It helped massively. 130-odd on that wicket was not good enough. So there we were disappointed with our own performance and Gauti got us together before we went out and said, ‘Look, we have our pride at stake, we need to show intent.’ He raised his voice and you could tell how much he meant it. That sparked an urge in the guys to really perform and show some fight. What was really important about that game was we executed our skills very well, bowling and fielding.
But when Gambhir talks about playing for the KKR jersey, how do you buy into that? This isn’t your national team and you’re only here for six weeks.
You have a responsibility. When you’re bought for any amount of money regardless of whether it’s a large or small amount, you have a duty to perform for that team that have shown their faith in you by selecting you. The fans have backed us through thick and thin. It doesn’t matter who you’re playing for – your country, Warwickshire or KKR – I don’t differentiate between the three when it comes to what I put in.
On being part of Kolkata: “Trevor put in a good word. He has spent a lot of time here at KKR. He talks very fondly of his times here, talks highly of the franchise as a family. He said it’s a really good team to be a part of. So when I heard it was KKR who bought me, I was delighted.”
What is it like to be coached by Jacques Kallis, your favourite cricketer?
I try to pick his brains a little bit. JK is a quiet guy but if you get in a conversation with him he can open up and share some really good ideas. He’s been great for the team so far. Very relaxed, calm character, which is a helpful trait to have as a coach. He doesn’t panic because that can spread through the dressing room. Hopefully I can pick his brains some more before I go home. He’s one the best allrounders that ever lived, if not the best. He and Trevor are similar characters: fairly quiet, keep to themselves, but when either speak, the whole team listens up. Pre-chats or team meetings or when we have time-outs for the IPL, he comes out to the field and gets us all in a group and helps us refocus. That’s the only time JK raises his voice because otherwise you can’t hear a word in the middle because it’s so loud!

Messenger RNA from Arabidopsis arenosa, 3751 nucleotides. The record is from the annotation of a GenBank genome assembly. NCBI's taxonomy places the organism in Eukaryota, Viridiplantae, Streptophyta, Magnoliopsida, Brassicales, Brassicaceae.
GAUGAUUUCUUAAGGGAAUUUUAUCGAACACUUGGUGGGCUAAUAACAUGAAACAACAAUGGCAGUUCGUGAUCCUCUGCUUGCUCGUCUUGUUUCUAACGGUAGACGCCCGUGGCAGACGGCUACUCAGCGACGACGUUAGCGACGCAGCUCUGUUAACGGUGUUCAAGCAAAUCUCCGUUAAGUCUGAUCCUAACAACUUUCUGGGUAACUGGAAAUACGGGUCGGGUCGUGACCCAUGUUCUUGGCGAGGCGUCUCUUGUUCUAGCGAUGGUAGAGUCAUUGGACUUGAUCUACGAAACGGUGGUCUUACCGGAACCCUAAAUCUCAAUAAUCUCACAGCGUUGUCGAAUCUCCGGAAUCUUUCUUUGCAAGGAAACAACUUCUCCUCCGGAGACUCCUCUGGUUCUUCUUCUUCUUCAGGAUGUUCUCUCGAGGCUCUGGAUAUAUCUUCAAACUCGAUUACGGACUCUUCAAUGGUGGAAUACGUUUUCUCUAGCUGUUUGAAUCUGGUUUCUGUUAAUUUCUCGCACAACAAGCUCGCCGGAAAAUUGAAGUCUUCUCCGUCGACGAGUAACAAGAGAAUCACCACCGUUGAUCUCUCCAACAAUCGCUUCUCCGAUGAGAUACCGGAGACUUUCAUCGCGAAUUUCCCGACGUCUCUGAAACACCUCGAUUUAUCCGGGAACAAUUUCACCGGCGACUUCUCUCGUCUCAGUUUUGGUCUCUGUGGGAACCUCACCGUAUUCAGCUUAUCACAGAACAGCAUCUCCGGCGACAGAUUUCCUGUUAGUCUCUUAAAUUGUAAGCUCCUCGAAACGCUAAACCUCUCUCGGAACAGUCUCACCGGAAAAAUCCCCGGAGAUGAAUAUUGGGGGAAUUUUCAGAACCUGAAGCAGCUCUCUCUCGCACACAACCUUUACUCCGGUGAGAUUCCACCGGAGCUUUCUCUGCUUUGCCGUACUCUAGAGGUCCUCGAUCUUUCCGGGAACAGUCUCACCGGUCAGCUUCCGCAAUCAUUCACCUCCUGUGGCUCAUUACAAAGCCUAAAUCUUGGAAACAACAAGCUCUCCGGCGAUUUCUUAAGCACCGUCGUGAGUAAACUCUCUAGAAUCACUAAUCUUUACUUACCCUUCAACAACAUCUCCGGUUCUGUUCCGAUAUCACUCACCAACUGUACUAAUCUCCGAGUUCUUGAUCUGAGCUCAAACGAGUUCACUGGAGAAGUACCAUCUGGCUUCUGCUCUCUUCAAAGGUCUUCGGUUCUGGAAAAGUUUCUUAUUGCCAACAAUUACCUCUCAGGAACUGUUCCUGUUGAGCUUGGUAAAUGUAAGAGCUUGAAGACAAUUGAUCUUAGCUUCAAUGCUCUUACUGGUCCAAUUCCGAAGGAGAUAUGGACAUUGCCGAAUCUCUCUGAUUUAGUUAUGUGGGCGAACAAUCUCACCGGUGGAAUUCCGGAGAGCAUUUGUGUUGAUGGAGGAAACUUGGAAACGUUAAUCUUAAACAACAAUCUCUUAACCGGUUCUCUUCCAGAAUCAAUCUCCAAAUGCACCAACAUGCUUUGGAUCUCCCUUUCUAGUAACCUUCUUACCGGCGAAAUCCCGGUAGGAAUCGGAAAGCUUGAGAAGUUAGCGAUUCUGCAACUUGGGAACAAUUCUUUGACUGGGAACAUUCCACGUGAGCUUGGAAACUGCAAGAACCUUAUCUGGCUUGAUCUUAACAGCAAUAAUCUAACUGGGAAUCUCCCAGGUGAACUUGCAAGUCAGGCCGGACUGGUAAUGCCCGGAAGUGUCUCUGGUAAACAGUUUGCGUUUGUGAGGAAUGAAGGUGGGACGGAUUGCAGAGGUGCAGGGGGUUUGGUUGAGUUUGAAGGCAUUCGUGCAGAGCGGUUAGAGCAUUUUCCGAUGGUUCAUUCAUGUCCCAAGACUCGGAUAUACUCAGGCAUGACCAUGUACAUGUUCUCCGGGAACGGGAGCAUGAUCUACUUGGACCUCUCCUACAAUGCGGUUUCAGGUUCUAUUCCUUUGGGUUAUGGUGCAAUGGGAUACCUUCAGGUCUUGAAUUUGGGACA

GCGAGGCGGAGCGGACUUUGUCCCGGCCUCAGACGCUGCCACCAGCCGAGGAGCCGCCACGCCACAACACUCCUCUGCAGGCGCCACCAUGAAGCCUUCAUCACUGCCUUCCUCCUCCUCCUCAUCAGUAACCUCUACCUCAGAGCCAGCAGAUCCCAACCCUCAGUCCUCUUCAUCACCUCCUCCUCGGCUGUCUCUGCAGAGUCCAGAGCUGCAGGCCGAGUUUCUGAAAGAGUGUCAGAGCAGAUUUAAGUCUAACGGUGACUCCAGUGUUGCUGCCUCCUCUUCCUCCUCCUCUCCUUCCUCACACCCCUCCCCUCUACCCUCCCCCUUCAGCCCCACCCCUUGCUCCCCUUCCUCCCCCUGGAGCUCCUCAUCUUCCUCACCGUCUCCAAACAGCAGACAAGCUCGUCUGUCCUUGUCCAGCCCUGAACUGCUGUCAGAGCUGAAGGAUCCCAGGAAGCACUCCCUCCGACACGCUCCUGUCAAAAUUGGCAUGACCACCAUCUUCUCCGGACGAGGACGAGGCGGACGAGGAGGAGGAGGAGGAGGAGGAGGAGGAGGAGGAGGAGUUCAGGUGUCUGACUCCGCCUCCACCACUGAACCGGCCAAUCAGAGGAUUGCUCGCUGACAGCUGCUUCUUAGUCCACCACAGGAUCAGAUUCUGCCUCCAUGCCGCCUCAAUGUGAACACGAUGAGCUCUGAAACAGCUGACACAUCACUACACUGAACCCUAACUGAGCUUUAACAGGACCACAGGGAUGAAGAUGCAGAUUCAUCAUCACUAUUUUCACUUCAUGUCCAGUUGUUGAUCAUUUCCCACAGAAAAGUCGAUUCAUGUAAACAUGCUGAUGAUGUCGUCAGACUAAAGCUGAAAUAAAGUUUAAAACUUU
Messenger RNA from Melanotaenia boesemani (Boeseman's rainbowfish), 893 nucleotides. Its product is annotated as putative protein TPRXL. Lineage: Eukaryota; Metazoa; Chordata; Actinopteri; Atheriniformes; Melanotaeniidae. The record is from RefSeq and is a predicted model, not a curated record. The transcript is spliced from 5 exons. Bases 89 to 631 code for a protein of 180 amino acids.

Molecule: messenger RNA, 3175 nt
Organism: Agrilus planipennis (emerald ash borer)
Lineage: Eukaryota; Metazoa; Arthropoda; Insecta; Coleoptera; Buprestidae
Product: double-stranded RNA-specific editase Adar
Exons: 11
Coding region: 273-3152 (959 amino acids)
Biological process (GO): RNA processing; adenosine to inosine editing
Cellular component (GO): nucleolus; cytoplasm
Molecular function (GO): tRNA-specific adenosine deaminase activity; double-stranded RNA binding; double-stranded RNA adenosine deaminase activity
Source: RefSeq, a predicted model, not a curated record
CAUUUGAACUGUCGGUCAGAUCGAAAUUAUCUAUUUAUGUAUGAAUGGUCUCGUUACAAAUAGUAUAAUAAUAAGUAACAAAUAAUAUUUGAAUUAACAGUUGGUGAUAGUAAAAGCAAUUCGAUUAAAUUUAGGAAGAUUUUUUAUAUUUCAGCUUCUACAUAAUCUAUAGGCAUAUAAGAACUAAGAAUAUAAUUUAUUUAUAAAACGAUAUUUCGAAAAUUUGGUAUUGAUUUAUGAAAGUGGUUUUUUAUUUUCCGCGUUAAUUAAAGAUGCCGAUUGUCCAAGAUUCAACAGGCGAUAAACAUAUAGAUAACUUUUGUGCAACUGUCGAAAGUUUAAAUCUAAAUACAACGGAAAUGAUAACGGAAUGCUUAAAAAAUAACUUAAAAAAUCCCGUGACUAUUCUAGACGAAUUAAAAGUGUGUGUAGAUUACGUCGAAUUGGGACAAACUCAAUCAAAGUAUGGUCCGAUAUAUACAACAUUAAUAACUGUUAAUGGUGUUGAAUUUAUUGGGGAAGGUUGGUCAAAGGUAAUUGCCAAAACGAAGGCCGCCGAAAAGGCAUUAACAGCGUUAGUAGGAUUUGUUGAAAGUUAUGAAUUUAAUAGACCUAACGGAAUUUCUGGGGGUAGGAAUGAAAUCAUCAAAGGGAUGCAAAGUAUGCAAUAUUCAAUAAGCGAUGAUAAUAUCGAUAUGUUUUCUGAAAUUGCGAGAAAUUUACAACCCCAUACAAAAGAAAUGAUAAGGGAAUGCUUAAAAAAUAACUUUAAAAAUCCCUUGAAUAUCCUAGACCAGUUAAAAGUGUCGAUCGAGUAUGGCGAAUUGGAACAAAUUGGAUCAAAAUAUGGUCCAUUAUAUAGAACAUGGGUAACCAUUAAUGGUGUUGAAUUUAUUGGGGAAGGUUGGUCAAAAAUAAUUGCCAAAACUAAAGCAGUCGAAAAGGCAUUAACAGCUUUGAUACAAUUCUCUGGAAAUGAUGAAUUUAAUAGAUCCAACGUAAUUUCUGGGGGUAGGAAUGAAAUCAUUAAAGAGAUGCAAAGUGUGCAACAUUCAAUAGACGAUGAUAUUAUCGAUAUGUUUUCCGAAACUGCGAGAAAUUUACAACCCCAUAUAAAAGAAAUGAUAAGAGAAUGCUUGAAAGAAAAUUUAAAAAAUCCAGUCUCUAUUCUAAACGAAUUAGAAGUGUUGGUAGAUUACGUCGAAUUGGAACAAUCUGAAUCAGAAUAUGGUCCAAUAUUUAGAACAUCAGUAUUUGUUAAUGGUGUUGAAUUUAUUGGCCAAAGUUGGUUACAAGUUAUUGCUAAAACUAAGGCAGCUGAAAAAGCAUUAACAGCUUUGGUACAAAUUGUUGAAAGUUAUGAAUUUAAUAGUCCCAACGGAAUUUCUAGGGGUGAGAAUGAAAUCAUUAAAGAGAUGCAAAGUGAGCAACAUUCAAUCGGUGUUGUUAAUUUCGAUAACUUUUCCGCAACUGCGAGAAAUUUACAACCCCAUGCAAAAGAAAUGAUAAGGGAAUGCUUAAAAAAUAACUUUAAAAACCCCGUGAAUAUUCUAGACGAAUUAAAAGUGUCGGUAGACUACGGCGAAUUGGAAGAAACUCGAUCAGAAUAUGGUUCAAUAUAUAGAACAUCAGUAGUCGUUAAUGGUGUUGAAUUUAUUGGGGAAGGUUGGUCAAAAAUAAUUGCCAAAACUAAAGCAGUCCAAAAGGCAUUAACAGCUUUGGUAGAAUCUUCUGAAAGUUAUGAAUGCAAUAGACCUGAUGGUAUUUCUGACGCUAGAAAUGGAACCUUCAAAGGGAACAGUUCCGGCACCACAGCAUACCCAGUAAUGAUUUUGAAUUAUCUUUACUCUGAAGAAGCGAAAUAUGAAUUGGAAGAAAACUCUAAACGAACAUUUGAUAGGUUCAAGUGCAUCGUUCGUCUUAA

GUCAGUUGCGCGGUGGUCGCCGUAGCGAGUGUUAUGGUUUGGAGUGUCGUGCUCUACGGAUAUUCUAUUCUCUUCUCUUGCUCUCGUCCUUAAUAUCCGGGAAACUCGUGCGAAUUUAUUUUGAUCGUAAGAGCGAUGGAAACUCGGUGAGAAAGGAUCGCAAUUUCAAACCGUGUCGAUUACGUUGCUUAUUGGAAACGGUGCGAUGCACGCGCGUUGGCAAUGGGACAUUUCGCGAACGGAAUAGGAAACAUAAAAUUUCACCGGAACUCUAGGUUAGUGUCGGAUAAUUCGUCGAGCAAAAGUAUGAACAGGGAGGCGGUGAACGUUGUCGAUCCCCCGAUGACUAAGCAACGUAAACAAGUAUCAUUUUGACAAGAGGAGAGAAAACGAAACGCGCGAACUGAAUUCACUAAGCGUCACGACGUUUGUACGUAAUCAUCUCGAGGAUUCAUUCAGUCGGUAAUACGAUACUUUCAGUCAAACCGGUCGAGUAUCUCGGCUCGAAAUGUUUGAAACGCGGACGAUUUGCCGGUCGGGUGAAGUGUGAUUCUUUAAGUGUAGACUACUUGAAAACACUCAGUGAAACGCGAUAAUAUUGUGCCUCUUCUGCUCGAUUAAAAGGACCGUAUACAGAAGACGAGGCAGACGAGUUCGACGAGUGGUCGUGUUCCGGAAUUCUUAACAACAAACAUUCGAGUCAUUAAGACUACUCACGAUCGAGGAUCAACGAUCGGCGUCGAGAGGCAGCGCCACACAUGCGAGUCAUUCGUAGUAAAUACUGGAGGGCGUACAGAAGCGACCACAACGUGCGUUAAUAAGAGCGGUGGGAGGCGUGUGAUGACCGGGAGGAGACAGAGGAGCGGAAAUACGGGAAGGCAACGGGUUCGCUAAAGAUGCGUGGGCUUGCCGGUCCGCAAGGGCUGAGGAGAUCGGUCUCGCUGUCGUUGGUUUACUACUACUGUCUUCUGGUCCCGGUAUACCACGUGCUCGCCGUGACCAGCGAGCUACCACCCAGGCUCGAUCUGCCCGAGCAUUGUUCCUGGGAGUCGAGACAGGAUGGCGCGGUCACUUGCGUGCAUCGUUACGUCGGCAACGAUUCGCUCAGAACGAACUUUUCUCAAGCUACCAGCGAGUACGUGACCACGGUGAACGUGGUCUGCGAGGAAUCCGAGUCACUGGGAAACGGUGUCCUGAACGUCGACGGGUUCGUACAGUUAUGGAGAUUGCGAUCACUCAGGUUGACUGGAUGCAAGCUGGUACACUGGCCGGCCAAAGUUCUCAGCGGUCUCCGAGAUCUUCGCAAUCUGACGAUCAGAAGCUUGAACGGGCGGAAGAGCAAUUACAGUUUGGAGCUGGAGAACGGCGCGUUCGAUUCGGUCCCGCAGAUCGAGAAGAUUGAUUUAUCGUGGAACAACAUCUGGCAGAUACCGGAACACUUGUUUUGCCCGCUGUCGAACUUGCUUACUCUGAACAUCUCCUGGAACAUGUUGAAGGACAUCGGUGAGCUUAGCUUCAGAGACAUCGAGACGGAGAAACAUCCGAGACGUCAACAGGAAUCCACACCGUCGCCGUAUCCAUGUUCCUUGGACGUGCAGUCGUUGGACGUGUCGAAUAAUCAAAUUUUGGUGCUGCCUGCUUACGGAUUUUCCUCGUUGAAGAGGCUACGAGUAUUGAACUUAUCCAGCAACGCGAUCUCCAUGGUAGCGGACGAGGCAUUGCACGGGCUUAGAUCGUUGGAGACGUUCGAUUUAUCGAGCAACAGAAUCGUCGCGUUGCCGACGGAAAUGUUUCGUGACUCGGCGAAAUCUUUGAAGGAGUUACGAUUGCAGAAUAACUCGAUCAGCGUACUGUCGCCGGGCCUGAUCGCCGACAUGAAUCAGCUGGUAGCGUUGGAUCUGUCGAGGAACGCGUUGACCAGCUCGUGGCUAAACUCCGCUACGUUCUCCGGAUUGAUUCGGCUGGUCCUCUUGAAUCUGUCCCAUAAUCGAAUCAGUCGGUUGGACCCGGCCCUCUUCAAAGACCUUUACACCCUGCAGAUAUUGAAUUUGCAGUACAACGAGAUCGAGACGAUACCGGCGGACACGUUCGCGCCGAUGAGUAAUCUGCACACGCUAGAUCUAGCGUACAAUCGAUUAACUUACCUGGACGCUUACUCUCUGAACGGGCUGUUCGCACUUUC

How will IPL help the England players going forward?
I think it has been very beneficial. It’s good for someone like me to play in front of 60,000 to 70,000 at each game at Eden Gardens, to have that pressure on you with the price tag (Rs. 4.2 crore). Everyone I’ve spoken to, the other England guys, they have thoroughly enjoyed it and feel the experience has been very good for them, cricket-wise. Also, playing white-ball cricket leading into the Champions Trophy will be a huge advantage. In IPL, you play a lot of the guys you’ll playing at there. It’s good to get a quick look at some of the guys I’ll be playing against.
When we finally decide to wrap up, I realise it’s been an hour. Woakes doesn’t immediately rush off, but takes time to say how lovely all this was and a few more kind words before he bids goodbye. I begin to pack up when the waiter walks over with the bill.
Me: 500 rupees? A bit expensive for a cup of green tea, don’t you think?
Waiter: It’s not just the green tea, but your friend’s coffee too.
Now, I know what you’re thinking: That Chris Woakes, how forgetful/rude/positively Machiavellian of him to have me pay for his coffee.
But, wait. Don’t you ever have coffee with a friend and say, ‘Hey, this one’s on me. You can get the next one’. That’s what this was. Obviously. You say you spoke to a cricketer and didn’t pay for his beverage? You’re clearly not friend enough. And he didn’t even have to explicitly say anything because of our telepathic understanding. ESP. We just redefined #FriendshipGoals.
I learn later Woakes paid for his coffee separately too. So it’s a short con by the hotel. Zoinks! Nevertheless, he is apologetic and agrees to keep a cuppa of England’s finest ready for me whenever our paths cross again. Which means we just re-redefined #FriendshipGoals.